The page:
F1 2018 Game: How To Reduce Tyre Wear

Keeping your tyres in good shape is a vital part of maximising race pace in F1 2018. How can you do it without losing too much speed?


If the Pirelli era has done anything it is introduce fans to the intricacies of managing tyres. Temperature management and preventing tyres from “falling off the cliff” have become a regular part of Sunday races, and now they are a regular part of F1 games too.

F1 2018 has good systems for monitoring your tyre wear. Not only does the in-race menu show you overall tyre wear with a percentage on each one, but there is also a menu that will display surface and carcass temperatures of each tyre. It is important to keep an eye on these menus as it is very easy, especially around corner-heavy circuits like Monaco and Singapore, to melt your tyres and dramatically lose performance. So how can you protect your rubber and extend stints?

Tyre wear practice program

Completing practice programs is about more than just getting resource points, they are very useful for showing you where you can, and can’t, save tyre life. You use up your rear tyres on acceleration out of corners, and your front tyres by aggressively steering and cornering. If you can be smooth with steering input and throttle application then you will save tyre life across the whole lap, unfortunately that is very difficult to do if you are just using a game pad.

This is where the tyre wear practice program comes in. This program gives you a gauge at the top of the screen that shows tyre wear through the course of a lap and lets you see where you are particularly hard on the rubber and could save some life by driving a little differently.

Here you can see that by aggressively applying steering angle at high speed we put extreme pressure on our tyres, moving the gauge into the red. You should note that running on kerbs will also wear your tyres more. This has to be done in qualifying to take the optimum racing line, but in races when you are trying to preserve tyre life avoid using kerbs where possible.

Instead, you should look to take a corner with more gentle entry angle and allow the car to drift out to the kerb on exit so that you are using as little angle as possible for the duration of the corner. Make sure you get your braking done in a straight line as always, and be easy on the throttle when cornering too to avoid pushing the car aggressively across the tarmac.

In this corner you can see gentle throttle application and just allowing the momentum of the car to take it around the corner moves the gauge further into the green and toward the perfect purple that is the aim.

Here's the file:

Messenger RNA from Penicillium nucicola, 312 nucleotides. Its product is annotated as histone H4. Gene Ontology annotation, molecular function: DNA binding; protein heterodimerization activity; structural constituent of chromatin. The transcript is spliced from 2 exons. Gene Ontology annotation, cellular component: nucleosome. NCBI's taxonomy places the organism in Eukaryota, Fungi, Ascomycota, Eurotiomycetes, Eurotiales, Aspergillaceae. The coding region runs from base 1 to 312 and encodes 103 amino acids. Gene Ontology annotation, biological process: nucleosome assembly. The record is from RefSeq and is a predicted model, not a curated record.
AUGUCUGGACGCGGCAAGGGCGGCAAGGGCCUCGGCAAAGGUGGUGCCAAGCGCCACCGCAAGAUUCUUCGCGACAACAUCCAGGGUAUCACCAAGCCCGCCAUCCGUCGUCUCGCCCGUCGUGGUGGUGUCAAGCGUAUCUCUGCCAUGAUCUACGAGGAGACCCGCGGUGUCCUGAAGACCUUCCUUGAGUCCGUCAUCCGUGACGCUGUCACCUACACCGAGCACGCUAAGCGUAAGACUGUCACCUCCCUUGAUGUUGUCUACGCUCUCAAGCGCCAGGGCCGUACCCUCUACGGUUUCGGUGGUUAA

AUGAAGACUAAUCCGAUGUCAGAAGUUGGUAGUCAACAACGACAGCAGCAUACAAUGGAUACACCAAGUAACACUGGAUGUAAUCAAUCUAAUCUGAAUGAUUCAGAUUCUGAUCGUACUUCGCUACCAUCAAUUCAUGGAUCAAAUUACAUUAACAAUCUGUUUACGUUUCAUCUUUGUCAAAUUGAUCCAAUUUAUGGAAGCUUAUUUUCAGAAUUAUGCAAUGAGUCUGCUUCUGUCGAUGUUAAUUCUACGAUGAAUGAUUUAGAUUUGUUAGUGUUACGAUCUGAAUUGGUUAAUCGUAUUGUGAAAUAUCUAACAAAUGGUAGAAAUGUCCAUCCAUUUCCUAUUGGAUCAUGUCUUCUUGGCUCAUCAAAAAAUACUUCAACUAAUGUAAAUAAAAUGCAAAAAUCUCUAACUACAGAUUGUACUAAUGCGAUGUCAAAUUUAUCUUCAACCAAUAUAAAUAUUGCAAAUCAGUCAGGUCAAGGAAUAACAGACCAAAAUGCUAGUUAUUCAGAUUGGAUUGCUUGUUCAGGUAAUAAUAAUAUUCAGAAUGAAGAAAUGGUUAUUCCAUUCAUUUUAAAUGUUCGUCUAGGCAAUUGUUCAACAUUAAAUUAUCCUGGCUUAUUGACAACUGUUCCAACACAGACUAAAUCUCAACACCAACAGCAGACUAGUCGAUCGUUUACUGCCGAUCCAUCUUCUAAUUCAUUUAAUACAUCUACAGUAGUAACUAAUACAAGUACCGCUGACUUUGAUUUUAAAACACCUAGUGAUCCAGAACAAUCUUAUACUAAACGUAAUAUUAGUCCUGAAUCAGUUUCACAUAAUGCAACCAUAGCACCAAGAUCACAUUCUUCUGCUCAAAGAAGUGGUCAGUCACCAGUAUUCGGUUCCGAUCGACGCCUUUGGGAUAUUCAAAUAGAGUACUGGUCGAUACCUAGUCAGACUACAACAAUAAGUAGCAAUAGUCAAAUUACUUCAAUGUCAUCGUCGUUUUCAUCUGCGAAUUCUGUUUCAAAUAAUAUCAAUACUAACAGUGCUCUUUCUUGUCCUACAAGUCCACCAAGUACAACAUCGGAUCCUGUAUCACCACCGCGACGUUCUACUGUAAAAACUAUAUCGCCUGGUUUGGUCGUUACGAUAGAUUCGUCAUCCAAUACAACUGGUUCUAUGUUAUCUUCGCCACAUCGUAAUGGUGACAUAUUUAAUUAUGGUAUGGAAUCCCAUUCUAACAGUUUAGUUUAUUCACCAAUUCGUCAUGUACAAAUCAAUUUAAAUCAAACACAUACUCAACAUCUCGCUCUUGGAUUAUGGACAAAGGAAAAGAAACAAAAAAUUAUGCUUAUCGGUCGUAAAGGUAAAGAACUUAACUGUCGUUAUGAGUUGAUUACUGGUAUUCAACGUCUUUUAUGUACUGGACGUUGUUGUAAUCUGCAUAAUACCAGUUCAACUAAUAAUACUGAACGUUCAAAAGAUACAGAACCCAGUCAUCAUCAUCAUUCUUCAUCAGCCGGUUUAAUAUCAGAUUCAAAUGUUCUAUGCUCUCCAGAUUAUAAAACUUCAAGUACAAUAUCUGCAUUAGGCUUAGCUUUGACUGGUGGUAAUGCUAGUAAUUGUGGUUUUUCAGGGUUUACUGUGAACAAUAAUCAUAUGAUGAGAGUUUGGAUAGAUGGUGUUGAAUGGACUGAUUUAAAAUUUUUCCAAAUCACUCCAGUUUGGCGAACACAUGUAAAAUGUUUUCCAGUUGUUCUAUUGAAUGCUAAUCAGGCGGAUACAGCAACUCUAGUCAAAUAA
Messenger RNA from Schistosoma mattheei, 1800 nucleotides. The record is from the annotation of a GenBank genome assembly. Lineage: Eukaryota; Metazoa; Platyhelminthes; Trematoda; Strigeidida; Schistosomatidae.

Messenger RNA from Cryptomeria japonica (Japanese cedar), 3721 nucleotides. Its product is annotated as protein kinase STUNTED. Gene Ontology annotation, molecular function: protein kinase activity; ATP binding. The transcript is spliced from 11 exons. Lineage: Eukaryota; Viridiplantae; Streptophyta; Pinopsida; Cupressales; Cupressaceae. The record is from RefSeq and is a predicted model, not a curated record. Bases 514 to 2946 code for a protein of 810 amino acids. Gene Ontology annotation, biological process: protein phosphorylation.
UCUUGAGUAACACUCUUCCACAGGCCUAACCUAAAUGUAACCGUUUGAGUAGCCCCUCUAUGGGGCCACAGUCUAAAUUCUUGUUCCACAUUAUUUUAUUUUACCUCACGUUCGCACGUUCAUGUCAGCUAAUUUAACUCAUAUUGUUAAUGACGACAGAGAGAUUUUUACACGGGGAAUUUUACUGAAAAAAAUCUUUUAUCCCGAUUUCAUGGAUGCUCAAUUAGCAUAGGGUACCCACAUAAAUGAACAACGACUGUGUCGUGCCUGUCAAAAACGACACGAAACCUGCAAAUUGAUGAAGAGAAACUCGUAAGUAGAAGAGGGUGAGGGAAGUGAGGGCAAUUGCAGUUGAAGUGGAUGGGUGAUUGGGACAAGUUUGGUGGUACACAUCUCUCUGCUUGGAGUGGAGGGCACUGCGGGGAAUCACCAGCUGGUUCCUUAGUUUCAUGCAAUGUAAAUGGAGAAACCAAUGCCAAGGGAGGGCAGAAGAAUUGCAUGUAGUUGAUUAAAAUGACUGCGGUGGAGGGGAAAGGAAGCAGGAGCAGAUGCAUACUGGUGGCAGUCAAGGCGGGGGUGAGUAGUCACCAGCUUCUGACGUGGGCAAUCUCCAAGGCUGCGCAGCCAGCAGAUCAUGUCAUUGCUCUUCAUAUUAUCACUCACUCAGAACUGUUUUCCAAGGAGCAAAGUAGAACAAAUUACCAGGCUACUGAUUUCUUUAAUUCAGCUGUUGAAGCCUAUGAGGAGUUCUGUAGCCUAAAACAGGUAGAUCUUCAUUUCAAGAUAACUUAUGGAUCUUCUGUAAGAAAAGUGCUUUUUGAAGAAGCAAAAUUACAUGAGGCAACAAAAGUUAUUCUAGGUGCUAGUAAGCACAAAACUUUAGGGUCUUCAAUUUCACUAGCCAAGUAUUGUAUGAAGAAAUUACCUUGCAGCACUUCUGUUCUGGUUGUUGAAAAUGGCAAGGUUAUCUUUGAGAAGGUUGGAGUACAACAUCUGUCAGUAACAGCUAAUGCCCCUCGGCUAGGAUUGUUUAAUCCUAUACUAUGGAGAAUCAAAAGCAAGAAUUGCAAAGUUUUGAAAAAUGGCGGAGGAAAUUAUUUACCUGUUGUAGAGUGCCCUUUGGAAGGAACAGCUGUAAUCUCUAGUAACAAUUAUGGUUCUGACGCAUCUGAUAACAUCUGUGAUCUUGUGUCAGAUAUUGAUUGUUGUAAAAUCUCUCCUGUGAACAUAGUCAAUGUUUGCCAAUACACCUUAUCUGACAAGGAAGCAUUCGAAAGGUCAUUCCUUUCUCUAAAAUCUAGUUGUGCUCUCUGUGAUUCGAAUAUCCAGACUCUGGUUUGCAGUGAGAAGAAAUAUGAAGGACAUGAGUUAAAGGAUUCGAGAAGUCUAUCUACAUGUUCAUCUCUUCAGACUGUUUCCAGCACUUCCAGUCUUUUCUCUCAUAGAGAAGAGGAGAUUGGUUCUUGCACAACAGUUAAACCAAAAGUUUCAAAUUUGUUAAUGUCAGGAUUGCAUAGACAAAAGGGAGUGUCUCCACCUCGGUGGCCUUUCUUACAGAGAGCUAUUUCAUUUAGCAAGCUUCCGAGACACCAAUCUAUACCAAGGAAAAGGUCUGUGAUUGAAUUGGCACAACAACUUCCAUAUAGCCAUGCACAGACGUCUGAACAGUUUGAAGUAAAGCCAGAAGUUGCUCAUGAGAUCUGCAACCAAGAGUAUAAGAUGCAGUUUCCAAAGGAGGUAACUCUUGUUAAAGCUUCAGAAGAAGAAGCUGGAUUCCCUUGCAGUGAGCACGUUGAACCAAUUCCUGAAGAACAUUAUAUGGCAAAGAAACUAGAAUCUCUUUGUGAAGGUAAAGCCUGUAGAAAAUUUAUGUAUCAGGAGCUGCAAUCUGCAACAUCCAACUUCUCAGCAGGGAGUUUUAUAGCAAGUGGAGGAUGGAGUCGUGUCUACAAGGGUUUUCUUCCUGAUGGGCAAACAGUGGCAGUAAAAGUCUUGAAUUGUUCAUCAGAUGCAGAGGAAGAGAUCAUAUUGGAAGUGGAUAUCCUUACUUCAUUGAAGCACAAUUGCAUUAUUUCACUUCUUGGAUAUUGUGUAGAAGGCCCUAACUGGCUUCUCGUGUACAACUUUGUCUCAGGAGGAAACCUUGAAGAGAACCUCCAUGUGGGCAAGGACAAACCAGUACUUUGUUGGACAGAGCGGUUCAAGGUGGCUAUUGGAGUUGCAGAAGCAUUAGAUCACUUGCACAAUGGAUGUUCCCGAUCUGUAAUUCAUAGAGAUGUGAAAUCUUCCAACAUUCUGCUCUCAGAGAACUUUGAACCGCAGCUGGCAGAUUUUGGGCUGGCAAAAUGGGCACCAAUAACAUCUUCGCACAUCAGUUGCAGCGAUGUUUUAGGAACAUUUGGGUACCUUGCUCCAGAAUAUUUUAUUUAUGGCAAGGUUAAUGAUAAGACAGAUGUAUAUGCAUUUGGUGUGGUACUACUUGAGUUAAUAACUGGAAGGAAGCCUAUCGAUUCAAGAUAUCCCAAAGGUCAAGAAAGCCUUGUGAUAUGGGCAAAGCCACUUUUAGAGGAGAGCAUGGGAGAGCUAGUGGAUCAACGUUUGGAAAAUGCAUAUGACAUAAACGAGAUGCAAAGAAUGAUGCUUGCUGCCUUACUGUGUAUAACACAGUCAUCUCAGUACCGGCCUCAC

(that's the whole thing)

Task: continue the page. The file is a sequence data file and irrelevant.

After you complete the practice program you get a page of information showing you where on the lap you were kind (green) and harsh (red) on your tyres. It will also show you just how far into a stint you can push your tyres if you reproduce that lap.

This shows me that I can extend the life of these tyres by up to three laps with careful driving. This is incredibly beneficial for circuits where overtaking is hard or where safety cars are likely.

Setup adjustments

While it is tempting to set your car up for ultimate 1 lap pace those setups are extremely harsh on tyres. It is unwise to borrow any of the top time trial setups as those are designed to extract maximum performance from the rubber.

One of the biggest things you can do to reduce your tyre wear in your setup is to remove camber and toe, and also to decrease tyre pressures. This increases the contact patch between the tyre and the track, and that helps spread the heat across more of the surface. You can also reduce your on- and off-throttle differential and soften up your suspension settings. Doing all of this will reduce your performance too much, so it is important to find the balance you need to fit your driving style, maintain pace, but also look after the tyres.

The least impactful thing in terms of pace is to remove the camber & toe. This doesn’t ruin the car on turn in but does help protect the tyres a lot. You’ll still have to manage them a lot in the harsher tracks like Monaco and Singapore, but by being less aggressive with steering and throttle you can really save your tyres and go deeper into stints, which helps to reduce traffic problems after your pit stop and lets you take advantage of any safety cars and virtual safety cars.



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Toby Durant

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Deputy Editor at RealSport. A life-long gamer, I have been with RealSport since 2016 and spent time covering the world of Formula 1, NFL, and football for the site before expanding into esports.

 

I lead the site's coverage of motorsport titles with a particular focus on Formula 1. I also lead RealSport's Madden content while occasionally dipping my toe into Football Manager and esports coverage of Gfinity Series events.

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